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Australia One Step From ID Card

The Border Mail | January 21 2005

A CIVIL rights group yesterday said a Federal Government plan to introduce a national scheme to fight identity-related crime could lead to a national ID card.

Attorney-General Mr Philip Ruddock said the national document verification system was designed to tackle money-laundering, welfare fraud and terrorism and would go on trial across 24 government agencies soon.

It would enable Government departments and agencies to check documents, such as birth certificates and passports, online.

But there was no need for such a scheme, Australian Civil Liberties Council president Mr Terry OGorman said.

“Its but one step from there to a national ID card system,” Mr OGorman said.

“The alternative already exists when you have to open an account with a bank, you have to present 100 points of privacy.

“When you wish to take out Government benefits, you similarly have to produce evidence of genuine documents for authentication.”

The Hawke governments proposal to introduce a national ID card called the Australia Card bitterly divided the nation in the mid-1980s.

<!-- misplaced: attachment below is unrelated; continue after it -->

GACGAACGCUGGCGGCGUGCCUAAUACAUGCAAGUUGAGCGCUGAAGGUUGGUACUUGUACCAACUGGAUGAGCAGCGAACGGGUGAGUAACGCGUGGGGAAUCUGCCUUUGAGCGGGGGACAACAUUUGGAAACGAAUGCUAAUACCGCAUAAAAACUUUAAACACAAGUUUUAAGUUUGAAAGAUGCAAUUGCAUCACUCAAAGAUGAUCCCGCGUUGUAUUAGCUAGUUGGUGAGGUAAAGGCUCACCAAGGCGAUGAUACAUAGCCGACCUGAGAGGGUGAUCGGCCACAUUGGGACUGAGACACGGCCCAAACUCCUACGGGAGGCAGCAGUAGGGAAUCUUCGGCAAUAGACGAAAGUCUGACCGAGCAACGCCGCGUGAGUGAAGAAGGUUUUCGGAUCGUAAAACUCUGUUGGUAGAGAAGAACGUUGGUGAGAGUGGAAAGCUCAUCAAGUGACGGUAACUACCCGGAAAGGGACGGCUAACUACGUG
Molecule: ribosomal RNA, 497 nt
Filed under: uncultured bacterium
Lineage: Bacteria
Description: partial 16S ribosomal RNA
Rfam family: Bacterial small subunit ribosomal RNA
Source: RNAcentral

Banks had sought access to the system but it had not been decided whether they would be given it, Mr Ruddock said yesterday.

“Obviously banks are anxious to ensure they are not used for the purposes of money laundering, particularly by criminal or terrorist organisations, so they are anxious to ensure people who open bank accounts do so with a bona fide identity,” he said.

Mr OGorman blamed the banks for the incidence of identity theft.

“If identity theft is a problem, then its a problem because banks, particularly, are not prepared to spend the money to ensure that their systems are as tamper-proof as possible,” he said.

The Australian Democrats yesterday condemned the plan and said it needed a full public inquiry before it went ahead.

“The Government must not just impose a new Big Brother system for bureaucrats and business|without broad public debate and acceptance,” Democrats justice spokesman Senator Brian Greig said.

The federal Opposition also favoured community consultation before the system was trialled.

Mr Ruddock said the Office of the Privacy Commissioner was involved in discussions about the scheme to ensure privacy concerns were considered.